8 Miniature Artists Who Shrink the World onto our Palms

Haven't we all seen a forest of trees in broccoli and parsley? Haven't we all wondered if our surroundings could shrink to a palm size so that we could get a better look? When we express these thoughts as art, it becomes miniature art. Miniature art includes all things art but scaled-down versions.

What Is Miniature Art?

Miniature art could be paintings, prints, engravings, sculptures, and more and are very small. It simply refers to any artwork much smaller than its usual size. Miniature art can be traced all the way back to 250 A.D to the works of an unknown artist and Lala of Cyzicus in Rome, in the 4th  century, who created portraits on top of ivory. However, it was only in 1586 that "miniature" was first used to describe an art form seen in the writings of Sir Philip Sidney.

Today, miniature art is created in multiple forms using a wide range of materials and art supplies and is patronised by art societies globally. Often, miniature art is executed with extreme detail and can take days to complete. There are several acclaimed artists who create miniature sculptures around the world. From gardens in potholes to nature in test tubes to hyper-realistic streetscapes and animal sculptures, here are eight miniature artists and their stylised approaches:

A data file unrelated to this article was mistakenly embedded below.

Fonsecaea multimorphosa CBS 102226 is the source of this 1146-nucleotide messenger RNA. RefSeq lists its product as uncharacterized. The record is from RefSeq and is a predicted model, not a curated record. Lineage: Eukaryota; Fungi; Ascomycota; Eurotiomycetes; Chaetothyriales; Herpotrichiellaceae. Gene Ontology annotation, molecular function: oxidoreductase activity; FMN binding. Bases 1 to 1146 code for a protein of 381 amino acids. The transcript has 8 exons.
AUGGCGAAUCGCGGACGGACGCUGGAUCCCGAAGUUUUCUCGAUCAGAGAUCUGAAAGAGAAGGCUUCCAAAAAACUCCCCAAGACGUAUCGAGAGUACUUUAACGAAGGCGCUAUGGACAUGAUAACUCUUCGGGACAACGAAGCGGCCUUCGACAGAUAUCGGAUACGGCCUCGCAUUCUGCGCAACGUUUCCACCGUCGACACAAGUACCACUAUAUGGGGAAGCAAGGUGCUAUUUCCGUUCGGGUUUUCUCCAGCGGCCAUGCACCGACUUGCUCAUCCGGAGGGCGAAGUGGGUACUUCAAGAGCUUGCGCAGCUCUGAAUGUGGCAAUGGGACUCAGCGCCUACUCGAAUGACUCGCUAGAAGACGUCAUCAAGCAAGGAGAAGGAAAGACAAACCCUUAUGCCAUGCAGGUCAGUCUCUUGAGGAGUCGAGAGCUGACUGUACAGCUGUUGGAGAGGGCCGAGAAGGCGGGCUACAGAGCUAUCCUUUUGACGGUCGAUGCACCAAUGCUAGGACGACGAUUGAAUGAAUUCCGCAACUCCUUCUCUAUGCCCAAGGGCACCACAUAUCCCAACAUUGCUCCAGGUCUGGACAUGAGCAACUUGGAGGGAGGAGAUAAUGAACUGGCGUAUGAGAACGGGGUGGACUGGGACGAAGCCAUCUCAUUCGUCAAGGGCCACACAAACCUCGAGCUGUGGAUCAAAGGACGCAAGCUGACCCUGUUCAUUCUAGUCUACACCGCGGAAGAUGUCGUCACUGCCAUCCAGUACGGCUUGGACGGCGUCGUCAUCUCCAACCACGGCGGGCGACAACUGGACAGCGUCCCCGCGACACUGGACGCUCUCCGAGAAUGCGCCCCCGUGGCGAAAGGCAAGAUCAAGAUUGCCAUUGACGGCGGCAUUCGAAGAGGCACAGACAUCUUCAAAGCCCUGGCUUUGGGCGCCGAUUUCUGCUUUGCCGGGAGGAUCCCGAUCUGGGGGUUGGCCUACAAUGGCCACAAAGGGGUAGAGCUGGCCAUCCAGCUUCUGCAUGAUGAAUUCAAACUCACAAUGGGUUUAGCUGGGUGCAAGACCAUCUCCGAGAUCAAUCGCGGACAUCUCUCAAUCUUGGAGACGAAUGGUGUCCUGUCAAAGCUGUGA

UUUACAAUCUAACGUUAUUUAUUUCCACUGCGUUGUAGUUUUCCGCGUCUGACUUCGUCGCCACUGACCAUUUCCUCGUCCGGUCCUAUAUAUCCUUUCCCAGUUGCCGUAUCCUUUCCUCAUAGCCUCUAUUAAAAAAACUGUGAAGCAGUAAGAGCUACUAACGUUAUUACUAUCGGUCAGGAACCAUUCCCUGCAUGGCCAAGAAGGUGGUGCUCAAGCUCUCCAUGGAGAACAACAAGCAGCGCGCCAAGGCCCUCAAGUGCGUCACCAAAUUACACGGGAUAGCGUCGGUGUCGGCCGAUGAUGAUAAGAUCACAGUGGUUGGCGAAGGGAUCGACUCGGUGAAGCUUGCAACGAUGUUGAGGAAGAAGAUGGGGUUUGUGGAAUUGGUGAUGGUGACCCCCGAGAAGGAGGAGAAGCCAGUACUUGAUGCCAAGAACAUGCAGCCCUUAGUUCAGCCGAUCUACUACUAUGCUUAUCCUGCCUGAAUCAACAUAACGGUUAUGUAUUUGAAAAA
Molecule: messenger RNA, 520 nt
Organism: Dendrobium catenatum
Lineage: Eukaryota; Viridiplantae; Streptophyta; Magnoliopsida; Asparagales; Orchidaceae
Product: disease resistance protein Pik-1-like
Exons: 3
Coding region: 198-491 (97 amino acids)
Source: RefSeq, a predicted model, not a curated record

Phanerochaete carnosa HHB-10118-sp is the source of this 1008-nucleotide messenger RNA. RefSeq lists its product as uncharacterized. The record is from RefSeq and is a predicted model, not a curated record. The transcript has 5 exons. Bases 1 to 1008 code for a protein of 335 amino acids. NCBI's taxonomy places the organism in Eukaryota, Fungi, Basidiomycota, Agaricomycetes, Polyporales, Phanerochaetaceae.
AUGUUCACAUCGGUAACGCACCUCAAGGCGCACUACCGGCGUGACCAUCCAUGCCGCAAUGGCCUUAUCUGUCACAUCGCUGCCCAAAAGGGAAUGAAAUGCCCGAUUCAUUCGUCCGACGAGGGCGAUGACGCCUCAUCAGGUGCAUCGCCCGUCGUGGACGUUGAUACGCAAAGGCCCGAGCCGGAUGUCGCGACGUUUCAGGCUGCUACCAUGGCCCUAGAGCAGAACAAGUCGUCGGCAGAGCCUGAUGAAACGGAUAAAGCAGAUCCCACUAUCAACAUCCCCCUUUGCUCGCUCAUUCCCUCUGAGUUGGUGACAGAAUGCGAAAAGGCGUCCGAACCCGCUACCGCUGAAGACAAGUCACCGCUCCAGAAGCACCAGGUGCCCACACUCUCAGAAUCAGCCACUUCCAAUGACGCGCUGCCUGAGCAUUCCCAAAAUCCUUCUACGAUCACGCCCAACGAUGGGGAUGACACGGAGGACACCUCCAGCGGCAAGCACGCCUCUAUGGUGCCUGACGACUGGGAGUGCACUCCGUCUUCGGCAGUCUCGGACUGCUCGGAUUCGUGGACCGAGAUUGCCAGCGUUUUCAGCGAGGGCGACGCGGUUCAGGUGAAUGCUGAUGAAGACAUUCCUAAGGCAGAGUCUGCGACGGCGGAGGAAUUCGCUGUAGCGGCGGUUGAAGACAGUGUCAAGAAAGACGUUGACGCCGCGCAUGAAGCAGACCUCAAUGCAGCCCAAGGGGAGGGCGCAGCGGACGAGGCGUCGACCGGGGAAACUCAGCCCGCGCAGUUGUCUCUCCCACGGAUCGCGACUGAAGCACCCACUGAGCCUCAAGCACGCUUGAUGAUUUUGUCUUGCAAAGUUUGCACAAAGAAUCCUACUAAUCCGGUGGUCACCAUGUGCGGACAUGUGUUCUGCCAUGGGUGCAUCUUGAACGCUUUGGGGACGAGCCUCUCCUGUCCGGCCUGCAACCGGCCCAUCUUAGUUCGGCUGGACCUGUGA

1. Thomas Doyle
Thomas Doyle has always been fascinated with scale models as a child. He renders sculptures in 1:43 scale and smaller, often depicting human figures amidst calamities. The sculptures are often sealed under glass and portray remnants of things past. His work has been shown at museums and galleries across the US, Europe, and Asia and has appeared in several publications like The New York Times Magazine and in the opening credits for the HBO series Murder on Middle Beach.

2. Lucy T Francis
Lucy Francis creates miniature dog sculptures as one-of-a-kind dog portraits. She uses the finest alpaca, cashmere, silk, and leather to construct her realistic miniature animal sculptures. These sculptures that do not use pastels or paints are 100% natural fibre. The german glass eyes combined with the moderate flexibility of the sculptures make them ready for any pose with realistic expressions. She makes custom animal sculptures for clients to keep the spirit of their pets alive in sculpture.

3. Steve Wheen
Steve Wheen is a "Pothole gardener" from East London. Wheen fills potholes in footpaths with soil and living plants creating tiny worlds with miniature props. He launched "The Pothole Gardener" project with the motive to put a smile on Londoners' faces and to make a respite from the greyness of London. He also has a book published by Dokument Press in 2012, ‘The Little Book of Little Gardens.’ He receives submissions from around the world of pothole gardens created by others which he features on his blog.

4. Omkar Ghate